The Moat Is in the Materials

Material is important to the sustainability of economic profits for 3D printers in two ways: proprietary refill solutions create a barrier for poachers, and unique materials for a given printer will allow the manufacturer to carve a territorial moat. Following the traditional razor/blade model, printers protect their long-term profitability by only allowing a proprietary refill for use in the machine. Gross margins on the material are consistently north of 60% for both companies, while equipment margins hover in the mid-40s. To ensure that customers are locked into using the original-equipment manufacturer's materials, 3D Systems has started using radio-frequency identification technology to signal to the machine when the printer cartridge is empty and the machine will not operate until an appropriate RFID is restored. In other cases, using rogue materials will void warranties, rendering damaged equipment useless.

Once customers move up the scale of 3D printers, type and grade of material becomes more of a distinction point. Units that can print a wider variety of material, proving more flexible for end users, are often highly regarded. That said, given the payback periods, customers have expressed willingness to buy more than one unit, each capable of producing a different final product. The key innovation focus for manufacturers is clearly on expanding the compatible material base for each printer. We think this approach is prudent, as more material grades not only attract future customers, but also limit the potential profitability that a pirate could make from recreating the particular composite. In this regard, we view the firms' moat dependence on material more akin to filtration companies Donaldson and Pall than traditional paper-based printing firms.

The limitations of the technology establish barriers between firms and make user needs, not price, the primary determinant on purchase decisions. To that end, Objet has built a reputation for printing more visually appealing models since its printer can deal with multiple colors and can also mix materials, giving users more color and texture options. To achieve this, the Objet printers sacrifice product durability, so it is unlikely to see any of their end products in the field; instead they are ideal for visual verification. Stratasys' fused deposition model technology, which essentially melts small increments of plastic and lays it down, is more durable and useful for function and fit prototyping.

The Outsourced Printing Model Adds Revenue; the Moat Is Hard to Find

Both Stratasys and 3D Systems have outsourced printing businesses consisting of roughly one third of total company sales. The business is akin to Kinko's (FedEx Office): A customer sends a 3D design file to the company and the company sends a finished product back at the customer's specification. As a service, there are limited barriers to entry and the business already suffers from pricing pressure. In reality, a motivated, well-financed individual can simply purchase a 3D printing machine and open a business competing directly with the existing businesses. Furthermore, better penetration in the professional markets by the equipment manufacturing side of the companies and for consumers could pull away existing and potential customers. Such a development would erode any pricing power the businesses now claim. To their credit, both of the major printers have tried to consolidate the industry by buying up smaller competitors and instilling some pricing discipline in the marketplace. While this is encouraging, the weak barriers to entry give us pause when considering the longer-term viability of the outsourced printing business model.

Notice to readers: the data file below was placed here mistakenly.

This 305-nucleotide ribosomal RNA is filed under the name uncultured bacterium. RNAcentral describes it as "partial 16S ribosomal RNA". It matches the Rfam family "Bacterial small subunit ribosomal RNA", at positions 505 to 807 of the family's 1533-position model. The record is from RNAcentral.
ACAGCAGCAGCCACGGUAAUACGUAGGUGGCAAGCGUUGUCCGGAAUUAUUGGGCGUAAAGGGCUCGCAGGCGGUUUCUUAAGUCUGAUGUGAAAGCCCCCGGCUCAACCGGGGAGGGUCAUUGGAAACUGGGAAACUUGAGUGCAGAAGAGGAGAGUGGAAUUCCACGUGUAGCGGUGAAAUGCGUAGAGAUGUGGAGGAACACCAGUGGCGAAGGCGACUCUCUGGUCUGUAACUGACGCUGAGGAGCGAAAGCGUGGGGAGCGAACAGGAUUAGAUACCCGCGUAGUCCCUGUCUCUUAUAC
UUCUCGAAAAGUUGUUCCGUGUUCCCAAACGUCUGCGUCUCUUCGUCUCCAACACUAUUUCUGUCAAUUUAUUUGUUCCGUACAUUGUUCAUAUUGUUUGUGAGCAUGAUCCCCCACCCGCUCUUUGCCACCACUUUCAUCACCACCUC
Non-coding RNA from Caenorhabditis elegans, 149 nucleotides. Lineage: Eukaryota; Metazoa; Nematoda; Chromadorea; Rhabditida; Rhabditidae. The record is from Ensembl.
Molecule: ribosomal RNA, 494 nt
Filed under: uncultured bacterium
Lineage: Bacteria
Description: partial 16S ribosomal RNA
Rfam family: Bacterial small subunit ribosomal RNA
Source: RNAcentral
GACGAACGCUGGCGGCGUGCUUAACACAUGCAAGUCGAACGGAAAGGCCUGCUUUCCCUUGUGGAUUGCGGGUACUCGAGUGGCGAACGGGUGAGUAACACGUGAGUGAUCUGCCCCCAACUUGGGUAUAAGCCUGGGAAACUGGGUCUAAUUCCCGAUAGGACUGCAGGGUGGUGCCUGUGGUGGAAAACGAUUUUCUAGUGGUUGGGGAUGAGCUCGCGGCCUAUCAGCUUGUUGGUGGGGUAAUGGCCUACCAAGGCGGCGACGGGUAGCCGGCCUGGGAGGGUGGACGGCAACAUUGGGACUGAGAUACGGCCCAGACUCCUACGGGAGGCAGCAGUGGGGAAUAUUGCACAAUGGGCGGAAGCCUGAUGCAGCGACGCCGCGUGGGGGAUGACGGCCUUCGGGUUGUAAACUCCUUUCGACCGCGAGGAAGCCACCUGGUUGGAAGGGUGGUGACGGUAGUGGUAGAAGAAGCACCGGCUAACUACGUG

Long-Term Thesis Inhibitors and Concerns Since our narrow moat argument for 3D Systems and Stratasys hinges on the switching costs associated with materials and the higher profitability attached to those revenue streams, the evolution of the material business is of primary concern. In particular, commodification of the material or even an industry agreement on a narrower range of plastics and metals would pose a threat to the longer-term sustainability of the profits. Since the two dominant firms are continuing to invest heavily in research and development of new materials, we do not foresee this disrupting the moat in the near future. The wide range of materials also limits the potential profits that a poacher could make when attempting to clone available material. Instead of choosing from 10 key plastic or metal composites, the poacher would have to choose from several hundred different plastics, each capturing a relatively small share of the market.